Skip to main content

New Neandertal wrist bones from El Sidrón, Spain (1994-2009)

Kivell, Tracy L., Rosas, Antonio, Estalrrich, Almudena, Huguet, Rosa, Garcia-Tabernero, Antonio, Rios, Luis, de la Rasilla, Marco (2017) New Neandertal wrist bones from El Sidrón, Spain (1994-2009). Journal of Human Evolution, 114 . pp. 45-75. ISSN 0047-2484. (doi:10.1016/j.jhevol.2017.09.007)

PDF - Author's Accepted Manuscript
Download (588kB) Preview
[img]
Preview
Official URL
https://doi.org/10.1016/j.jhevol.2017.09.007

Abstract

Twenty-nine carpal bones of Homo neanderthalensis have been recovered from the site of El Sidrón (Asturias, Spain) during excavations between 1994 and 2009, alongside ?2500 other Neandertal skeletal elements dated to ?49,000 years ago. All bones of the wrist are represented, including adult scaphoids (n = 6), lunates (n = 2), triquetra (n = 4), pisiforms (n = 2), trapezia (n = 2), trapezoids (n = 5), capitates (n = 5), and hamates (n = 2), as well as one fragmentary and possibly juvenile scaphoid. Several of these carpals appear to belong to the complete right wrist of a single individual. Here we provide qualitative and quantitative morphological descriptions of these carpals, within a comparative context of other European and Near Eastern Neandertals, early and recent Homo sapiens, and other fossil hominins, including Homo antecessor, Homo naledi, and australopiths. Overall, the El Sidrón carpals show characteristics that typically distinguish Neandertals from H. sapiens, such as a relatively flat first metacarpal facet on the trapezium and a more laterally oriented second metacarpal facet on the capitate. However, there are some distinctive features of the El Sidrón carpals compared with most other Neandertals. For example, the tubercle of the trapezium is small with limited projection, while the scaphoid tubercle and hamate hamulus are among the largest seen in other Neandertals. Furthermore, three of the six adult scaphoids show a distinctive os-centrale portion, while another is a bipartite scaphoid with a truncated tubercle. The high frequency of rare carpal morphologies supports other evidence of a close genetic relationship among the Neandertals found at El Sidrón.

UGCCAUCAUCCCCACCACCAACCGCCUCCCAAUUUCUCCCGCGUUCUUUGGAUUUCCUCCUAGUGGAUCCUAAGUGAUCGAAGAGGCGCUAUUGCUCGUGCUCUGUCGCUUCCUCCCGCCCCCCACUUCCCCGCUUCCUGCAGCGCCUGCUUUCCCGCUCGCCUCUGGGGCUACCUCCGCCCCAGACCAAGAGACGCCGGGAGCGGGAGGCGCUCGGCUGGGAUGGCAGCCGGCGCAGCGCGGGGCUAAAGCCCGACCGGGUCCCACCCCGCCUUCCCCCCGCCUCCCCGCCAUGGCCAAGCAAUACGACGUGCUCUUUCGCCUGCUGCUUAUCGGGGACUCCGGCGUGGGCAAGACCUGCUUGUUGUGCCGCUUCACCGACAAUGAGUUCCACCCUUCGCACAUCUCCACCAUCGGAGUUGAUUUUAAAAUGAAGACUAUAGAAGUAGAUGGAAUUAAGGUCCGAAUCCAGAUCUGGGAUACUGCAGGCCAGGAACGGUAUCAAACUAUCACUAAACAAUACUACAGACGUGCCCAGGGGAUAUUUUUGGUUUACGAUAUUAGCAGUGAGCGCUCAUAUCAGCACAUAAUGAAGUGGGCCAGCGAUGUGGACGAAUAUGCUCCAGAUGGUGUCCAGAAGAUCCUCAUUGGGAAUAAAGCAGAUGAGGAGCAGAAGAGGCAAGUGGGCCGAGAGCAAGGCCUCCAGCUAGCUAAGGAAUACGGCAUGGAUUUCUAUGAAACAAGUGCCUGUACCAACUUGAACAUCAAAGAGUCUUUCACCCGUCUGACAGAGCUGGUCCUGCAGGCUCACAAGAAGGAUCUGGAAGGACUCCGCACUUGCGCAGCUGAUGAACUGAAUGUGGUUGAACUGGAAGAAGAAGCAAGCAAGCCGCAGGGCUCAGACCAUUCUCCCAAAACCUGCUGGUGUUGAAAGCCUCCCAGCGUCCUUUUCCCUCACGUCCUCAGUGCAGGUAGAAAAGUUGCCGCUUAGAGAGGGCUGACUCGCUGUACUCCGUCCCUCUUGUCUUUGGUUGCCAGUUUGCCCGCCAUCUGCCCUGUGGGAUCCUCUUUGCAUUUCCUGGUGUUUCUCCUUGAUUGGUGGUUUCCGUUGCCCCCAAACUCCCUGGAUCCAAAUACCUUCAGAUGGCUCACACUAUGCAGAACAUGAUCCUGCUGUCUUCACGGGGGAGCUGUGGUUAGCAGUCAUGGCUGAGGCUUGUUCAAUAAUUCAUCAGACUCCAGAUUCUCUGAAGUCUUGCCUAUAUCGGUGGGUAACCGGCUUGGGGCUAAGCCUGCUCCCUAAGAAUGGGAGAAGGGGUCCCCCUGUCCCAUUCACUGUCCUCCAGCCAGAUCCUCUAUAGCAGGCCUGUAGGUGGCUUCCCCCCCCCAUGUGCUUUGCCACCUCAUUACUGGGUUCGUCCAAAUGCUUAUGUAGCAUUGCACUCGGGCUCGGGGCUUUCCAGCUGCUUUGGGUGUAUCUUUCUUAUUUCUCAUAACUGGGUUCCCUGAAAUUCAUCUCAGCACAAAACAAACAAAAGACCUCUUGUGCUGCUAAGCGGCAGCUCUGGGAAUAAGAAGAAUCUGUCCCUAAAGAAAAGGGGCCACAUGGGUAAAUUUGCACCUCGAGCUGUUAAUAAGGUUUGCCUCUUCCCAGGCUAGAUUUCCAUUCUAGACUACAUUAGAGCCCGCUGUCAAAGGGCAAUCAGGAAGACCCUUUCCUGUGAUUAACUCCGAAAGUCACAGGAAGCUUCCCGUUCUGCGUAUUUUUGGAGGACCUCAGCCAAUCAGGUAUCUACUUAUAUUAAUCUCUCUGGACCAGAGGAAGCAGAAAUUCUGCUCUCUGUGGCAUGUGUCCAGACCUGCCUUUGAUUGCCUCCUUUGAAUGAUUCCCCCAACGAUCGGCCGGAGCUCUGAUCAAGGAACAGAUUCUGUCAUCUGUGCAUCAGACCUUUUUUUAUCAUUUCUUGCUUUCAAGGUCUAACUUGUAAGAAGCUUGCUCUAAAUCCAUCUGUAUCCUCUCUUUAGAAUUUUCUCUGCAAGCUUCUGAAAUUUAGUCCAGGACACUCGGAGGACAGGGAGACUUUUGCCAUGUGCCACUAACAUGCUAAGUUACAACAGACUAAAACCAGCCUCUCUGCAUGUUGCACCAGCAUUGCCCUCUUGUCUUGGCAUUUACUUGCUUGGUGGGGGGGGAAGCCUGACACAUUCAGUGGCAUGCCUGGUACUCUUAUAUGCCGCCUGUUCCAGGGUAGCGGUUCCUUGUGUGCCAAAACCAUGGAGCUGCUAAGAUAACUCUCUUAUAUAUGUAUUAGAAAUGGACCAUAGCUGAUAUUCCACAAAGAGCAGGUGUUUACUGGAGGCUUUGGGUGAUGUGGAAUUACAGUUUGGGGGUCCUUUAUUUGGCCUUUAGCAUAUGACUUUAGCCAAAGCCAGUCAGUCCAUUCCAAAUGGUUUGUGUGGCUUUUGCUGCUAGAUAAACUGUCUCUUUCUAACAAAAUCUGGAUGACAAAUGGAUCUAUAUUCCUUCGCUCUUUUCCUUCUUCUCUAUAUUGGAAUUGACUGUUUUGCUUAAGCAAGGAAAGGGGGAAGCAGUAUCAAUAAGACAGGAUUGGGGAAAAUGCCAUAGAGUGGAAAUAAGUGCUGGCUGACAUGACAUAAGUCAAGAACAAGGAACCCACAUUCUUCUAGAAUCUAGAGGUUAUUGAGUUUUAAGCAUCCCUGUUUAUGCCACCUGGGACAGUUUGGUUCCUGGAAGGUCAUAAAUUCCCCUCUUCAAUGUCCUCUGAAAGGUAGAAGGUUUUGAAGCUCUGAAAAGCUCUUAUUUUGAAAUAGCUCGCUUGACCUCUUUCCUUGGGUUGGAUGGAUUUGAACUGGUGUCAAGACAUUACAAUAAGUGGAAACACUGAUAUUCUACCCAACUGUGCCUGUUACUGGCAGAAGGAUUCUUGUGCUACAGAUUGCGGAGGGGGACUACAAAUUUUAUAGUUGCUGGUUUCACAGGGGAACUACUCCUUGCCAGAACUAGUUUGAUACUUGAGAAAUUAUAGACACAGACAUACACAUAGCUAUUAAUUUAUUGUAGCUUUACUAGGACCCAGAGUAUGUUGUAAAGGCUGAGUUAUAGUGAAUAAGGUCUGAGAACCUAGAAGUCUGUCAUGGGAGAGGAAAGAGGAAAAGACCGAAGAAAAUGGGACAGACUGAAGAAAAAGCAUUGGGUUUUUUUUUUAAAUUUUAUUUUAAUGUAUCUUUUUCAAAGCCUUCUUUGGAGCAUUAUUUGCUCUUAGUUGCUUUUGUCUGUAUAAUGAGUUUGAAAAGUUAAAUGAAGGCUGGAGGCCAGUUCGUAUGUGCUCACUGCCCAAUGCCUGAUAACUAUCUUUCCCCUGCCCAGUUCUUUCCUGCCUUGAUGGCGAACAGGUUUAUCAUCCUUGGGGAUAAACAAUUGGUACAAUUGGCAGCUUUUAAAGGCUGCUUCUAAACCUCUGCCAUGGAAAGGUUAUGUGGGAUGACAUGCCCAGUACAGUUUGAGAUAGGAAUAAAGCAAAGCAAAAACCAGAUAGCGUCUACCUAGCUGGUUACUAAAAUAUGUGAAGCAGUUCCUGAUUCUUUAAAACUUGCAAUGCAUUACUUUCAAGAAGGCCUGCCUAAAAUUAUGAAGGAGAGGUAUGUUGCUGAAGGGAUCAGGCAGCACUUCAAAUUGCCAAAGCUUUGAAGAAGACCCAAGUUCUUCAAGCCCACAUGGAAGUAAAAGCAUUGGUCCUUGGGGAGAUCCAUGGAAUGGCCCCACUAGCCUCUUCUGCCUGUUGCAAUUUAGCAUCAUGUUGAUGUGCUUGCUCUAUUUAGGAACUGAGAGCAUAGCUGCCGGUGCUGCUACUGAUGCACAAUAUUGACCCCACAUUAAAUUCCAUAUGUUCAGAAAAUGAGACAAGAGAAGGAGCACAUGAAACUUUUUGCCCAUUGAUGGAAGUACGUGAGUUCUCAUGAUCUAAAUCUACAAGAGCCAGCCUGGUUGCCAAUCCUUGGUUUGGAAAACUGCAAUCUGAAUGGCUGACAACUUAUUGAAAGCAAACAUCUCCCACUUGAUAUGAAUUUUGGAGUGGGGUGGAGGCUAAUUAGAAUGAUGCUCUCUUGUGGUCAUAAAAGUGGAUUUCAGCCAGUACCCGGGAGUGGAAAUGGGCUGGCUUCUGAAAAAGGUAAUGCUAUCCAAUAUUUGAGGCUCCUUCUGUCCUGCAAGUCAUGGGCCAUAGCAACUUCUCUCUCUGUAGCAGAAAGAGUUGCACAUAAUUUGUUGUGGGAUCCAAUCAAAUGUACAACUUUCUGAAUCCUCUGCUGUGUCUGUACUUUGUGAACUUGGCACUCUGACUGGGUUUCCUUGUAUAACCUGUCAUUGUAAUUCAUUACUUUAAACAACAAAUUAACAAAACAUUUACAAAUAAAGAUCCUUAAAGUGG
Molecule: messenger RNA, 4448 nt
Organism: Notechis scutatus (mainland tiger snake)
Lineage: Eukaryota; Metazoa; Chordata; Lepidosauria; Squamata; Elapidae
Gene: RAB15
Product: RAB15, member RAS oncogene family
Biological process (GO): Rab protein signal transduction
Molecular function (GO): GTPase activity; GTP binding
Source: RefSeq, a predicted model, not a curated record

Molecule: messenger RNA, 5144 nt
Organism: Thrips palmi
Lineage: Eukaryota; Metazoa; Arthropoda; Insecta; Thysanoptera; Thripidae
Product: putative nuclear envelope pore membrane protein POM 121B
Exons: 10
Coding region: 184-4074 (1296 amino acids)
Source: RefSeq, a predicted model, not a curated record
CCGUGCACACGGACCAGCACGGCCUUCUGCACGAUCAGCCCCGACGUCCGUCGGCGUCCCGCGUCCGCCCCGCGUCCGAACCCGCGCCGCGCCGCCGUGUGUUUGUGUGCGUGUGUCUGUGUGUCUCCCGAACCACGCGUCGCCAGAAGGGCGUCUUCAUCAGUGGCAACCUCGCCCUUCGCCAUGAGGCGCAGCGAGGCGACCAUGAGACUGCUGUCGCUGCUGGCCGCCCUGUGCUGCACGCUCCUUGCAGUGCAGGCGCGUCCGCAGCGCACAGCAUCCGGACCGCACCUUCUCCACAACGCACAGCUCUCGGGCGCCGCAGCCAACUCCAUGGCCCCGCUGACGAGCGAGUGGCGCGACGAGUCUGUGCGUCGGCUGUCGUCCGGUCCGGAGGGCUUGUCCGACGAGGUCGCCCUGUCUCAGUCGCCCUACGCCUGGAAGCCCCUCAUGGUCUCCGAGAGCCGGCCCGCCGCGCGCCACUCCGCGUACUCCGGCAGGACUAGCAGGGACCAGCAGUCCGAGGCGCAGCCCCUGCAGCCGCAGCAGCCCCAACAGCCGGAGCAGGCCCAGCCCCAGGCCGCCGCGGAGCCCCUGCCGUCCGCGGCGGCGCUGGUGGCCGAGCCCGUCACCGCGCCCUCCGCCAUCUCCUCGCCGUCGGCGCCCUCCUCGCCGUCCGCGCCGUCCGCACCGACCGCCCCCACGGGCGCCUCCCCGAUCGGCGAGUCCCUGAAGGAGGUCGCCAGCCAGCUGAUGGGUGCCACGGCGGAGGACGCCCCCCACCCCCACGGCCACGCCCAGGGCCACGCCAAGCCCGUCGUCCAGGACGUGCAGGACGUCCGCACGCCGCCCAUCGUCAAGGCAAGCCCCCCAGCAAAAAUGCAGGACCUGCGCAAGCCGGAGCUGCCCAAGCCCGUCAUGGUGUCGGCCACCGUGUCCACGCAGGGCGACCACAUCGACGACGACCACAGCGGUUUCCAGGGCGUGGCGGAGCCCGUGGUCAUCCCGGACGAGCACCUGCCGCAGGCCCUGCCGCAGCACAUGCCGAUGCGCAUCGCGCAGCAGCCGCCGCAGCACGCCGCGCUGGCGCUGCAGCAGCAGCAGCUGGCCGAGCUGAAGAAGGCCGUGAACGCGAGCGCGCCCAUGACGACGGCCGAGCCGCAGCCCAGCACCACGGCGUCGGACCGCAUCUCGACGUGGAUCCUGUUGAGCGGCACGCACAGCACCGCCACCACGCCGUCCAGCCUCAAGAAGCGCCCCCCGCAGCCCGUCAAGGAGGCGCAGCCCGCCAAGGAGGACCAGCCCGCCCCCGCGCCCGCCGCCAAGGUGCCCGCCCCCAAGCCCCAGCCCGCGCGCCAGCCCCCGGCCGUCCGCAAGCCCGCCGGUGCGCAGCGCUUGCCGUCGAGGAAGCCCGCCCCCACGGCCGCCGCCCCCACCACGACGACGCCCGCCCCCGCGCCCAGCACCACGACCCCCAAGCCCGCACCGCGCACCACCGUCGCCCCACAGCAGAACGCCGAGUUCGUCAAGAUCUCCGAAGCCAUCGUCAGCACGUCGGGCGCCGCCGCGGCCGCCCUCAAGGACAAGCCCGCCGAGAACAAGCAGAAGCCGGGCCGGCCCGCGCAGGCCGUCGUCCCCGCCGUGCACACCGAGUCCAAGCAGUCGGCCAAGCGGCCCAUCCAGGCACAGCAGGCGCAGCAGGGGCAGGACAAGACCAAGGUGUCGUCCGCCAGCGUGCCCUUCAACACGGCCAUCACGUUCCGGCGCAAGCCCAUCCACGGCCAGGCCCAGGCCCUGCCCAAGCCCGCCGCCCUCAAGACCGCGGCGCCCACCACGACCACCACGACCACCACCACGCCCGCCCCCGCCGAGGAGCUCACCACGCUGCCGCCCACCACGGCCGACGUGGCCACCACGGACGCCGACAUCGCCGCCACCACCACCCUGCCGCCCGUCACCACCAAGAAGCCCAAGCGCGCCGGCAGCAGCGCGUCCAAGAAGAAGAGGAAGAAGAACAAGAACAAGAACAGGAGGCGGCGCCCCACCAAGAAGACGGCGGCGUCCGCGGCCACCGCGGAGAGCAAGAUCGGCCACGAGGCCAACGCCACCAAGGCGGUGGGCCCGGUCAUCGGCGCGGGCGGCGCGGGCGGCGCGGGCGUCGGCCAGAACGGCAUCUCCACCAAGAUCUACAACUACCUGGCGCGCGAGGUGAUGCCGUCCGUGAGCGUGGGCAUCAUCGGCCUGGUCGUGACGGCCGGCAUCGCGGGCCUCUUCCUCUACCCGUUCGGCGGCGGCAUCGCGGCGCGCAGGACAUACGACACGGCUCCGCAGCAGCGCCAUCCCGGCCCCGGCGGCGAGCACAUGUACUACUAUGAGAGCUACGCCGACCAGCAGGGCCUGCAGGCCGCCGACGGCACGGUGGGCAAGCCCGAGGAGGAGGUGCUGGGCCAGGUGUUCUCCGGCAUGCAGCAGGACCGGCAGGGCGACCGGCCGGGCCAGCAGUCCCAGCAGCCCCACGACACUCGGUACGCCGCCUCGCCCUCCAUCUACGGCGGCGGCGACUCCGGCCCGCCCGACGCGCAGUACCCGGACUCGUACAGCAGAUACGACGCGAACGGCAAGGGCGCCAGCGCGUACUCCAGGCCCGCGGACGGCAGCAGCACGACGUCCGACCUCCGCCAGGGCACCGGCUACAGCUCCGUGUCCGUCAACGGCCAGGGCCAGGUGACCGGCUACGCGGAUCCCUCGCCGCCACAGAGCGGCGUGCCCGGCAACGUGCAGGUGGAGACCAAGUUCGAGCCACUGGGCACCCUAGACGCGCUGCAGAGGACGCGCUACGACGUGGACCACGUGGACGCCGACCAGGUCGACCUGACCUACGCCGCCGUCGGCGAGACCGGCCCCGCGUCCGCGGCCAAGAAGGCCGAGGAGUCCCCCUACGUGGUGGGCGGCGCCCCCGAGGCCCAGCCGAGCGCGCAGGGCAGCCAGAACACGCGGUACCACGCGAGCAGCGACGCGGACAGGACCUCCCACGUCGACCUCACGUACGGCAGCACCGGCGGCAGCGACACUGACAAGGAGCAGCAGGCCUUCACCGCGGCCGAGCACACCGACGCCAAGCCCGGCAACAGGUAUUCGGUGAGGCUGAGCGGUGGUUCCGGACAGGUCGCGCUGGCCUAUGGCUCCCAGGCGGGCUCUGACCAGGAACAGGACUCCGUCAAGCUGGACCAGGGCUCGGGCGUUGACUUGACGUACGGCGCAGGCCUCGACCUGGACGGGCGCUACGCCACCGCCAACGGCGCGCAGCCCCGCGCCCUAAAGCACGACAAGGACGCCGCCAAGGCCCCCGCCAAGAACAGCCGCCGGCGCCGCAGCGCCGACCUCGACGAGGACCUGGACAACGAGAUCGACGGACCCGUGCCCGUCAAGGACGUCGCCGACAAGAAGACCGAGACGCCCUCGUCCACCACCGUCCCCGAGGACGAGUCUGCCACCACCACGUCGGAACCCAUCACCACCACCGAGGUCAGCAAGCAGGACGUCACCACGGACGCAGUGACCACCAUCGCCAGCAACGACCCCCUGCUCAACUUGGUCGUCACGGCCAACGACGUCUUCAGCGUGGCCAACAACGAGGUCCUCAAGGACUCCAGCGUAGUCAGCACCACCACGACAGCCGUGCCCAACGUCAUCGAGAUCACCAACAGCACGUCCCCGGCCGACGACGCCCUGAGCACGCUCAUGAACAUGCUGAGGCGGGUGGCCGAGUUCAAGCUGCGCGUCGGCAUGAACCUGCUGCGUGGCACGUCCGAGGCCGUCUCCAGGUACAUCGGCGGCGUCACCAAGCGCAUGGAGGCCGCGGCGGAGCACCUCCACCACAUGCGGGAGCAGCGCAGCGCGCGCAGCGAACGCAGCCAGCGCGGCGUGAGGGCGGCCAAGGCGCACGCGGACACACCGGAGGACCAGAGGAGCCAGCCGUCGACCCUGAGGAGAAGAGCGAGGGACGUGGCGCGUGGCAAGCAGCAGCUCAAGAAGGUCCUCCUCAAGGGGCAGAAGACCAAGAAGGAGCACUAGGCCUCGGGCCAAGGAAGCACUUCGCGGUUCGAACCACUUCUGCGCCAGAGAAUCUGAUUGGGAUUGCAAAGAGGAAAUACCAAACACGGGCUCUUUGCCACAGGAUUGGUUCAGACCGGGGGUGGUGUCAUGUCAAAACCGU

Item Type: Article
DOI/Identification number: 10.1016/j.jhevol.2017.09.007
Uncontrolled keywords: Carpal; Hand; Functional morphology; Scaphoid; Homo neanderthalensis
Subjects: G Geography. Anthropology. Recreation > GN Anthropology
Q Science > QH Natural history
Q Science > QM Human anatomy
Divisions: Faculties > Social Sciences > School of Anthropology and Conservation > Biological Anthropology
Depositing User: Tracy Kivell
Date Deposited: 27 Oct 2017 14:25 UTC
Last Modified: 15 Jul 2019 14:56 UTC
Resource URI: https://kar.kent.ac.uk/id/eprint/64157 (The current URI for this page, for reference purposes)
  • Depositors only (login required):

Downloads

Downloads per month over past year